Supporting the Local Food Economy By Investing In Farmers
With a commitment to supporting local farmers and providing customers with sustainably-grown food, Atlanta’s Wrecking Bar Brewpub has purchased more than $1 million in local food since 2015, and has even started growing its own food.
Wrecking Bar is one of Metro Atlanta’s unique food business models because it is a vertically integrated firm comprised of a restaurant, on-premises brewhouse and a farm - giving it considerable influence over its food sourcing.
Chef Terry Koval says Wrecking Bar’s businesses allows its owners to cultivate community connections as they do business. Not only is this important socially, but these connections also mean greater loyalty to the business.
“Our big thing here is a lot of our food comes off pick-up trucks, not semi-trucks. It’s about that relationship” with farmers, says Koval.
“Sometimes that relationship can be just as important as being local.”
Wrecking Bar spent more than $224,000 sourcing local food in 2015 and nearly doubled that investment the following year by spending more than $450,000.
Managing Partner Stevenson Rosslow says it is part of Wrecking Bar’s mission to support these local farmers as well as its own farmers, as it thoughtfully crafts a menu featuring local and seasonal ingredients sourced from their network of suppliers.
Wrecking Bar sources produce, meat and dairy from more than 25 food suppliers who are mostly located primarily within 100 miles of the restaurant.
Taking new steps to improve its food quality and grow produce it had difficulty sourcing locally, the Brewpub purchased its own farm in 2015 called Wrecking Barn Farm.
The 63-acre farm in Loganville, Georgia, is 33 miles from the restaurant, cultivates four acres of organic produce and concluded its first full production season at the close of 2016.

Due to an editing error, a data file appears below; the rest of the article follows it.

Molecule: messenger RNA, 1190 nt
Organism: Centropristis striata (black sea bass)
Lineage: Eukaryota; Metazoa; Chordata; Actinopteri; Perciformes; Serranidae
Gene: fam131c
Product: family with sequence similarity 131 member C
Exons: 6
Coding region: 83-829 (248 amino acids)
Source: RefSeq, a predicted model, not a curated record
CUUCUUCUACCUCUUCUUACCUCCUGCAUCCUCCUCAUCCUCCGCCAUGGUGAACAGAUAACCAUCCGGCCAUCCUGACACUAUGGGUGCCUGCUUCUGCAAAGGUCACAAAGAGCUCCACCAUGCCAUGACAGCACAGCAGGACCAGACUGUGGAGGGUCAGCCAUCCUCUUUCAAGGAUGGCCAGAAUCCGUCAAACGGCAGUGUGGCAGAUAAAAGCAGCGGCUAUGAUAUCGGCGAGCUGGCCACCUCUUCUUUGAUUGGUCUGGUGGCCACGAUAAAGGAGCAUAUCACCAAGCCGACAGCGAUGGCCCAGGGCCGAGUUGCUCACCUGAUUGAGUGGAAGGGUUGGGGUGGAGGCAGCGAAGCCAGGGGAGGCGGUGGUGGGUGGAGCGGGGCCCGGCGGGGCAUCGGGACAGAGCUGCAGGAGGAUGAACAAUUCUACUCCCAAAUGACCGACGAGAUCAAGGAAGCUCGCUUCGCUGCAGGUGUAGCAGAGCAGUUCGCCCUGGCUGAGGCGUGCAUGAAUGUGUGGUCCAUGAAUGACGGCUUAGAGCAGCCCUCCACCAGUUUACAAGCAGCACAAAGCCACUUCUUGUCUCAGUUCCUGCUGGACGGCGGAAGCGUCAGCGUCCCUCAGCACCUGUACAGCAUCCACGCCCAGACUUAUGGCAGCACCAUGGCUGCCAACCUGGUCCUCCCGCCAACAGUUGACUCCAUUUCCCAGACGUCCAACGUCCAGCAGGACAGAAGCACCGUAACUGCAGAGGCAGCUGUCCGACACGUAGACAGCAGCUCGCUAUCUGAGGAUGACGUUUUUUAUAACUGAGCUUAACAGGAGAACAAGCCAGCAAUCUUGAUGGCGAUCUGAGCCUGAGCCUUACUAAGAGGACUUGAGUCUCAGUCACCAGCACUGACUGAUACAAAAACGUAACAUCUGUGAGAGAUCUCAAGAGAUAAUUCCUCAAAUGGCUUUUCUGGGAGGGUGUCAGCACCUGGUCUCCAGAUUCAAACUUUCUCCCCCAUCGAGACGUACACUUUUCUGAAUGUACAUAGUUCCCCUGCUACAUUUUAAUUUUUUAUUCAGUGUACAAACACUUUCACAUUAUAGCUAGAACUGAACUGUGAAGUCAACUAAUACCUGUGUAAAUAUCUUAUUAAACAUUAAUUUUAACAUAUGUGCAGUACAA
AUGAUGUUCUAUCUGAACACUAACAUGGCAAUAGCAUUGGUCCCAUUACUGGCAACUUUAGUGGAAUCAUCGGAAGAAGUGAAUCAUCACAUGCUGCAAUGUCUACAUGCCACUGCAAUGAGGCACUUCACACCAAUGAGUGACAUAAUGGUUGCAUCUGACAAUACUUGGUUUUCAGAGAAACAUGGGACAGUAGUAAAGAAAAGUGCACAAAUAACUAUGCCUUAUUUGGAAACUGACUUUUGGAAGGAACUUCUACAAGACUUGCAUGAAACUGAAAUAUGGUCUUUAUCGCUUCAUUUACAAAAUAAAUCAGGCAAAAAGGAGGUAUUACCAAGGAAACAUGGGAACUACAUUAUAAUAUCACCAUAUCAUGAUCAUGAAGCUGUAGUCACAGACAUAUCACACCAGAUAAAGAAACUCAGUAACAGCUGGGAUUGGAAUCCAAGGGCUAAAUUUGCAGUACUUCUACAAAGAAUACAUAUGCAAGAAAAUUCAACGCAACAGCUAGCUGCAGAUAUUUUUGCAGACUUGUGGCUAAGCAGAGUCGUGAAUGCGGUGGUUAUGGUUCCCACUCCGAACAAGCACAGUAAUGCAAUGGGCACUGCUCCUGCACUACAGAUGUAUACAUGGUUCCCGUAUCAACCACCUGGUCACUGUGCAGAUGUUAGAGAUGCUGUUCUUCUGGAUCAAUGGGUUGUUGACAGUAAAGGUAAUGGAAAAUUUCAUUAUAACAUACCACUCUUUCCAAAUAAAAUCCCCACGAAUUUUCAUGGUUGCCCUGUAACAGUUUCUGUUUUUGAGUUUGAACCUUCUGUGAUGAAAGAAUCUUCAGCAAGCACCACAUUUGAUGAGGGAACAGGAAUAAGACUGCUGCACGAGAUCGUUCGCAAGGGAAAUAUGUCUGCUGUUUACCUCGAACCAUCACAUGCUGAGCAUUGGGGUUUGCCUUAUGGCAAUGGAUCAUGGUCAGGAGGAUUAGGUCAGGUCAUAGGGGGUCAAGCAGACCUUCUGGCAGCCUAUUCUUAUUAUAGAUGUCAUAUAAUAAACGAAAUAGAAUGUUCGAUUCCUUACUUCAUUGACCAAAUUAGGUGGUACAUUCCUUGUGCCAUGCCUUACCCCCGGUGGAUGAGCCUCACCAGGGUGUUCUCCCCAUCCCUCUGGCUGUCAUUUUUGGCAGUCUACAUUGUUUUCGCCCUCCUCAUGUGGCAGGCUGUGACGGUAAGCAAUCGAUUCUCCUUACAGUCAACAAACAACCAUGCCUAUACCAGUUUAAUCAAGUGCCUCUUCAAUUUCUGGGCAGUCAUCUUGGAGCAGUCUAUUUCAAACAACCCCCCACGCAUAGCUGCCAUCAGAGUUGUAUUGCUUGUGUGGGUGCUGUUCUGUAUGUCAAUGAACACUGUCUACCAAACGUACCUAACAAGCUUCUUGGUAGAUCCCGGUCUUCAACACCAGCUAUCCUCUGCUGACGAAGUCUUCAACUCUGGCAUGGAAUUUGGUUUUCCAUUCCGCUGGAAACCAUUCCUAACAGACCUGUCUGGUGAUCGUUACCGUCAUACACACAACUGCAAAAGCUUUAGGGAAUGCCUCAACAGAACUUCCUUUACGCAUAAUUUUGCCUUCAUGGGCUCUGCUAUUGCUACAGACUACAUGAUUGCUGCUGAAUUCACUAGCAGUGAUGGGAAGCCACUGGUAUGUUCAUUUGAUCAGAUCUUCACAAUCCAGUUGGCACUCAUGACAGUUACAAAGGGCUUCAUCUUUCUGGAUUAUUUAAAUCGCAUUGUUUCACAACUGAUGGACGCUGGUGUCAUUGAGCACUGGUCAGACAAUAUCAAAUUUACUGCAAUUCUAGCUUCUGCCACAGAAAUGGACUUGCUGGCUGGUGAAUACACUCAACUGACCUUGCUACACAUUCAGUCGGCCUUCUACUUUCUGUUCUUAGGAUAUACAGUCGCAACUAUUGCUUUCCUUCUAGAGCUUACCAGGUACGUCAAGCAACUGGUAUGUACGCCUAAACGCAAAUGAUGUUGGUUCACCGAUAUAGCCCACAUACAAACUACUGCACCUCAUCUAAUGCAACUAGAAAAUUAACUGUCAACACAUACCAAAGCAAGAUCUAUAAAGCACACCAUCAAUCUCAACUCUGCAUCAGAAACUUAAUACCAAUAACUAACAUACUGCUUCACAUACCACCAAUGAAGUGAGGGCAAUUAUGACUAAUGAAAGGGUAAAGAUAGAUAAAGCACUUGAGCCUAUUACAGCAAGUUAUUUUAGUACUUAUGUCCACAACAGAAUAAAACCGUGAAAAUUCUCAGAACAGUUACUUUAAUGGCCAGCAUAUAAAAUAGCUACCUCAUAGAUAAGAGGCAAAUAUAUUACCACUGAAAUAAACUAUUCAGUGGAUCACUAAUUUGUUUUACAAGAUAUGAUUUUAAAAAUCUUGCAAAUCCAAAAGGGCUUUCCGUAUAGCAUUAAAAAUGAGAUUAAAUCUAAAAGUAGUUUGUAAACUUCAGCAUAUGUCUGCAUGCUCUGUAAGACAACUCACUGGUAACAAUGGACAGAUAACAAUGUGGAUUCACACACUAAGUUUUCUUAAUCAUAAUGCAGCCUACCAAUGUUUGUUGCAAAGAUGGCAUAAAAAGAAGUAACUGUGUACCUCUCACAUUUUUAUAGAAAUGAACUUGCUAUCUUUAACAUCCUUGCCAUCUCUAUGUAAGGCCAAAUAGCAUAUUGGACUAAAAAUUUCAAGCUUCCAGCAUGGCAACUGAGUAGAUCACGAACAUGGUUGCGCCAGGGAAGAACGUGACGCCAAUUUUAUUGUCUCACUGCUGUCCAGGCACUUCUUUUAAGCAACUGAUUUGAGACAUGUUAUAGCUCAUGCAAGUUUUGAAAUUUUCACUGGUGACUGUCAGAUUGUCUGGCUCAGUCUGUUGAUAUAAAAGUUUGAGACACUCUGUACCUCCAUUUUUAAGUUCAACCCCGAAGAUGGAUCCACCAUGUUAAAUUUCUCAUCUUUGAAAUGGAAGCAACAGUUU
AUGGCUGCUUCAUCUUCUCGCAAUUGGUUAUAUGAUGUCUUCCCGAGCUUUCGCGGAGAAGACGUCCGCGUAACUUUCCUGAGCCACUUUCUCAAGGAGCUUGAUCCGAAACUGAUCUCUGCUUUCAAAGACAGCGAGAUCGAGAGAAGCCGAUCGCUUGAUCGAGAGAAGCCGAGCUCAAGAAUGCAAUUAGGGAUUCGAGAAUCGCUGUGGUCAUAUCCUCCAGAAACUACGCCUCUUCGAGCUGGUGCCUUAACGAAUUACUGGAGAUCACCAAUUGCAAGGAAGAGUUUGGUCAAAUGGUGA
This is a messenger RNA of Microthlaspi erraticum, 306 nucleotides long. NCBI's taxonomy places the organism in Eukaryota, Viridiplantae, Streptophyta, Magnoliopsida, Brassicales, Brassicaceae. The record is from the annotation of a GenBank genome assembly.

Wrecking Barn Farm grows a variety of organic produce including onions, garlic, strawberries, arugula, sweet potatoes, beans, and lettuces, and is home to 375 chickens.
The farm is managed by a salaried farm manager, along with two other full-time staff member, who directs two to four part-time workers depending on the season.
Wrecking Barn sells its produce and eggs to six other Metro Atlanta restaurants, and also through its community supported agriculture (CSA) program and at a local farmers market.
In its first season, Wrecking Barn Farm sold more than 22,000 pounds of produce, valued at nearly $100,000. From those sales, it supplied the Brewpub with $37,000 of food.
“The fact that we can bring in produce three times a week from our own farm and we get produce from other farms as well means the food is going to be fresher, more life-giving and taste better,” says Rosslow.
The Brewpub strives to communicate to customers that dedication to sourcing locally and supporting farmers, and its menu frequently changes based on what is in season and what its local food suppliers have available.
Wrecking Bar also believes that core to its resiliency is having high, consistent standards, and focusing on maintaining strong relationships with employees and partners.
Whether seeking new purchasing opportunities with farmers or looking for ways to advance employees within the company’s ranks, Wrecking Bar views its work as creating a sustainable network for suppliers, employees and patrons.
“A restaurant is a community-based hub,” says Koval. “Restaurants were built for communities to come together and eat. That’s what we strive for. We strive to be a part of our community, put our dollars back into our community and to support our community.”
Restaurants like Wrecking Bar Brewpub fuel Metro Atlanta's local food system by purchasing food from farmers, providing venues for farmers to exchange ideas and creating unique experiences for patrons to enjoy the food that fills our plates.